October 5, 1997
This Web Page is Not Government Approved
Oh, dear goodness, Arizona Senator John McCain has made another in his series of desperate bids to control what I watch on TV. Thanks, Senator, but really, Iím a 30 year old male; Iíve made the choice to have a television in my home, Iíve made the choice to pay for electricity to power the television, Iíve made the choice to subscribe to a television programming service (itís called "cable") Ö so why are you so intent on controlling the content of that programming?
Look, itís bad enough that you promised not to introduce legislation aimed at controlling the content of programming. Now, youíre going after NBC because they think your "voluntary" ratings system (which is a dumb idea, too, but thatís a different column) is nothing of the sort; in fact, itís mandatory that all programs must be pre-labeled, and perhaps government-approved, in "McCain-World."
NBC said "Screw that, weíre not going to label our programs TV-M VSLD FV." (Does anyone know what TV-M VSLD FV means? And whatís the difference between L and D?) "You said the rating system was voluntary, and that government would never try to control programming."
McCain said, in effect, "That was then, this is now." Heís now proposing a legislative "remedy" to a problem that exists largely in his and like-thinking minds. So much for your promises. I thought you and your fellow conservatives wanted to get government off our backs? Oh, Iím sorry, thatís a predominantly Republican stance that only applies some of the time, not all of the time. My mistake.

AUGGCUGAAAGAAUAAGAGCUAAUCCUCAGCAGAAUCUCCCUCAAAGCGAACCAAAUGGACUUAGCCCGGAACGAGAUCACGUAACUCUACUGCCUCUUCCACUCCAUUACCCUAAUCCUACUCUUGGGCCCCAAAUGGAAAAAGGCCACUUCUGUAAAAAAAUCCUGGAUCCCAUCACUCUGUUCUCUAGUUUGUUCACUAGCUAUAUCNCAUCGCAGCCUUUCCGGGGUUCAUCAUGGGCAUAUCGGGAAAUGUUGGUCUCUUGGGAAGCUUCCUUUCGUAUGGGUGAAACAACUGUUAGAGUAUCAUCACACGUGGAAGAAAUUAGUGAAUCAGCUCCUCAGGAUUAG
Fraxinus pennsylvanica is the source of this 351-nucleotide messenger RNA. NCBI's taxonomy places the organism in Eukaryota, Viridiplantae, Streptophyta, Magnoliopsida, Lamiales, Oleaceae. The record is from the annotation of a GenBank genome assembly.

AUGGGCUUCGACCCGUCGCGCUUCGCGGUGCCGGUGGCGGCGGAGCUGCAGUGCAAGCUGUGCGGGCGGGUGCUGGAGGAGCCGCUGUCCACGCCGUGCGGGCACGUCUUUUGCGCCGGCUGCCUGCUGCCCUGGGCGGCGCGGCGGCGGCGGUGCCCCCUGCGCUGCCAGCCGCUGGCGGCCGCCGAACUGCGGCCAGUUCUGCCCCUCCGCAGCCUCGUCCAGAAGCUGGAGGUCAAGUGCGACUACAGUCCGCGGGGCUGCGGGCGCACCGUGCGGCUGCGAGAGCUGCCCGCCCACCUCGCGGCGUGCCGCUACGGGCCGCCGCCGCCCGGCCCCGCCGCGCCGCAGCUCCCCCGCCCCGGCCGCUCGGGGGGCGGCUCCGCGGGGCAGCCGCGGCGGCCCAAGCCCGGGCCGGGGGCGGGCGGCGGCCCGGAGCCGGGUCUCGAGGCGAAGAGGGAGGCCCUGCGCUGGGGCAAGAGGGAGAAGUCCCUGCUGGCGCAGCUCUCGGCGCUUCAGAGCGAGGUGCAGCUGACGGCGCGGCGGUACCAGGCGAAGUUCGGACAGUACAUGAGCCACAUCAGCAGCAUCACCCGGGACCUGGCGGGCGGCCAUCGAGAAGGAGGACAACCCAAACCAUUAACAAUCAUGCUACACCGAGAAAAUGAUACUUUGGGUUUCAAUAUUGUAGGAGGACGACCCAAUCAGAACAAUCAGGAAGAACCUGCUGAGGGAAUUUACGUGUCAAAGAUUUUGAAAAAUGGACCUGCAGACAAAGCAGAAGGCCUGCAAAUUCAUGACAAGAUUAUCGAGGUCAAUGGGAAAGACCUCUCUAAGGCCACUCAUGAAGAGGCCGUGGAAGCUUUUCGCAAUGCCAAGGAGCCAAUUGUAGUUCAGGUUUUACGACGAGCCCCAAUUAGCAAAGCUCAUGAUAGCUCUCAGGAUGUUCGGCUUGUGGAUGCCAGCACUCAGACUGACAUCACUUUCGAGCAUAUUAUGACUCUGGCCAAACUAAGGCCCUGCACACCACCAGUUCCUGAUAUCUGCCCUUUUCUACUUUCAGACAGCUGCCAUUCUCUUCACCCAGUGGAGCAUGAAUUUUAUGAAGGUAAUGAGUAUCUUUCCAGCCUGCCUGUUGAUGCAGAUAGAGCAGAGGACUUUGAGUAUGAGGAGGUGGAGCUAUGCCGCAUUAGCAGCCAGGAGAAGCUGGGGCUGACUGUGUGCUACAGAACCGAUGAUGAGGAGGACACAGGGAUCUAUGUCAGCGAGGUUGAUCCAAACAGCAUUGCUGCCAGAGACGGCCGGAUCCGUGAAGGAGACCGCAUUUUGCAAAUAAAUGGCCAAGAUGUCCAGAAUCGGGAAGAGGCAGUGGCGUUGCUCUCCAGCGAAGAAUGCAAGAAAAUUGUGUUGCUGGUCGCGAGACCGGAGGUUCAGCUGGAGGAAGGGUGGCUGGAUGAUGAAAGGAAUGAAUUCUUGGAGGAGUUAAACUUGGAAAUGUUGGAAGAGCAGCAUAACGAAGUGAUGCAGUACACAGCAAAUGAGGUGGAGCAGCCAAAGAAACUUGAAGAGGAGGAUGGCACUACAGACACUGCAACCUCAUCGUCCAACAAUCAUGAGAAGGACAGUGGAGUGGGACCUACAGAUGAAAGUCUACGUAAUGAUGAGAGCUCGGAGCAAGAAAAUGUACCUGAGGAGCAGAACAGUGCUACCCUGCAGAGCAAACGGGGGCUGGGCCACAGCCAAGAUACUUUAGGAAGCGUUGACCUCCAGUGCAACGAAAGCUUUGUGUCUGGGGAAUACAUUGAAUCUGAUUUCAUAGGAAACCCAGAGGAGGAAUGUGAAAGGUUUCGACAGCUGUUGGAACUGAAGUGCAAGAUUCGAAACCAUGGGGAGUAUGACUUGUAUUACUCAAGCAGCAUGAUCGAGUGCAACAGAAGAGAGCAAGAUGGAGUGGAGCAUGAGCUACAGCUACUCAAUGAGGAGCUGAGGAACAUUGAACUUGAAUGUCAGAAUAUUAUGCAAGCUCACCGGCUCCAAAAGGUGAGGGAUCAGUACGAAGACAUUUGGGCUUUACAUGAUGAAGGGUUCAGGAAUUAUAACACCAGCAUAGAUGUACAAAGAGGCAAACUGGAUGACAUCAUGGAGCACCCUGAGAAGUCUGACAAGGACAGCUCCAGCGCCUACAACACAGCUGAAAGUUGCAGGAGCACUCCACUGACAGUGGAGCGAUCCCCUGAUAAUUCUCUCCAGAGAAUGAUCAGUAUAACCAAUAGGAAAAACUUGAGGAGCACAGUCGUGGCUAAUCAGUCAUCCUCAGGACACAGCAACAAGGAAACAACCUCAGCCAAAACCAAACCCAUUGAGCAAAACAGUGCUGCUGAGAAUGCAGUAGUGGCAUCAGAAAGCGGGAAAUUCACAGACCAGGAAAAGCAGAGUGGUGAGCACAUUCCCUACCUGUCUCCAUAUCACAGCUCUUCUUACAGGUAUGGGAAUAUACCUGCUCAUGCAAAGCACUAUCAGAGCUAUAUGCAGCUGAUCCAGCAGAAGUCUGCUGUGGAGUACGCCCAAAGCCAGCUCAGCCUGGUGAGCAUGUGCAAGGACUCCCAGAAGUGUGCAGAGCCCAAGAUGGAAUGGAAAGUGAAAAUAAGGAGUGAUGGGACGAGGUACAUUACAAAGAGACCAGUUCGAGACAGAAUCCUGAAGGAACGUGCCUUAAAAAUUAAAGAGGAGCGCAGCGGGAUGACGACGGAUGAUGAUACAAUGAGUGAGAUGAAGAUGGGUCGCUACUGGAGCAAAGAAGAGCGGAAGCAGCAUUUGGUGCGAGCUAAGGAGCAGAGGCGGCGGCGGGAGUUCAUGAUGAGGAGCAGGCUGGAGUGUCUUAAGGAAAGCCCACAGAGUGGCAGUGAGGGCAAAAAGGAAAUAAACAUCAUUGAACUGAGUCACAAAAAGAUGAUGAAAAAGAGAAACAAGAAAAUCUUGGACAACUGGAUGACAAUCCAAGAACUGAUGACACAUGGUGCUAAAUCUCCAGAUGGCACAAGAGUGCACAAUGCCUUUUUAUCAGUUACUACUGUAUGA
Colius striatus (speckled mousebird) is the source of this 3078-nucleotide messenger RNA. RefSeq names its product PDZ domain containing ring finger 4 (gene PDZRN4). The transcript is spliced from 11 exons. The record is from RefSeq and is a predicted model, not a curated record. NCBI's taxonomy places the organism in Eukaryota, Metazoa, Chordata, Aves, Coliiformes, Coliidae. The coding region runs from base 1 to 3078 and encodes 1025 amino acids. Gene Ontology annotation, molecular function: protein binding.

Senator, please, Iím begging you as an American, letís have a little good old fashion freedom here! America is supposed to be the land that prizes free expression and exchange of ideas above all else. Now, I canít get that ugly "TV-PG" bug off my screen. Gah. Maybe when the V-chip comes out, we can get rid of the bug, and let the machines pre-screen out "undesirable" programming. Yes, letís take human reason and decision making out of the process all together. After all, we need to be protected when weíre watching TV!
(If youíve missed the sarcasm above, send me a note, and Iíll try to explain it to you.)
Letís close with some chilling quotes from a recent "Variety" article about the ratings system, shall we?
Senate Commerce Committee chairman John McCain (R-Ariz.) said he may introduce legislation targeted at NBC. In a letter Wednesday to McCain, NBC president Bob Wright defended his network, noting twice in one paragraph that the use of any rating system is supposed to be voluntary.
"NBC has voluntarily explored various ratings systems and responded positively to your desire to give parents more information about the content of television programs," Wright wrote.
In addition, Wright reminded McCain that NBC continues to air the age-based ratings code, along with advisories about the violent content of specific shows.
Nevertheless, McCain said Wednesday that NBC's effort are "insufficient." A McCain spokeswoman said the senator will consider moving legislation specifically targeted at NBC.
McCain is considering moving on a proposal by Sen. Ernest Hollings (D-S.C.) that would effectively ban NBC from airing violent programming during times when kids are most likely to be in the audience.
McCain is urging the Federal Communications Commission to review the applications for license renewal of any broadcaster that refuses to implement the new code. There are few things that local broadcasters loathe more than an FCC audit of their records. The FCC has the power to revoke a license, although it does so only on very rare occasions.
NBC West Coast president Don Ohlmeyer said NBC will not change its stance on the TV content rating system, and said McCain's threats belie the notion that the system is voluntary.
"If you read the threats, how can anybody say this is supposed to be voluntary?" Ohlmeyer asked. "We have to do what we think is right."
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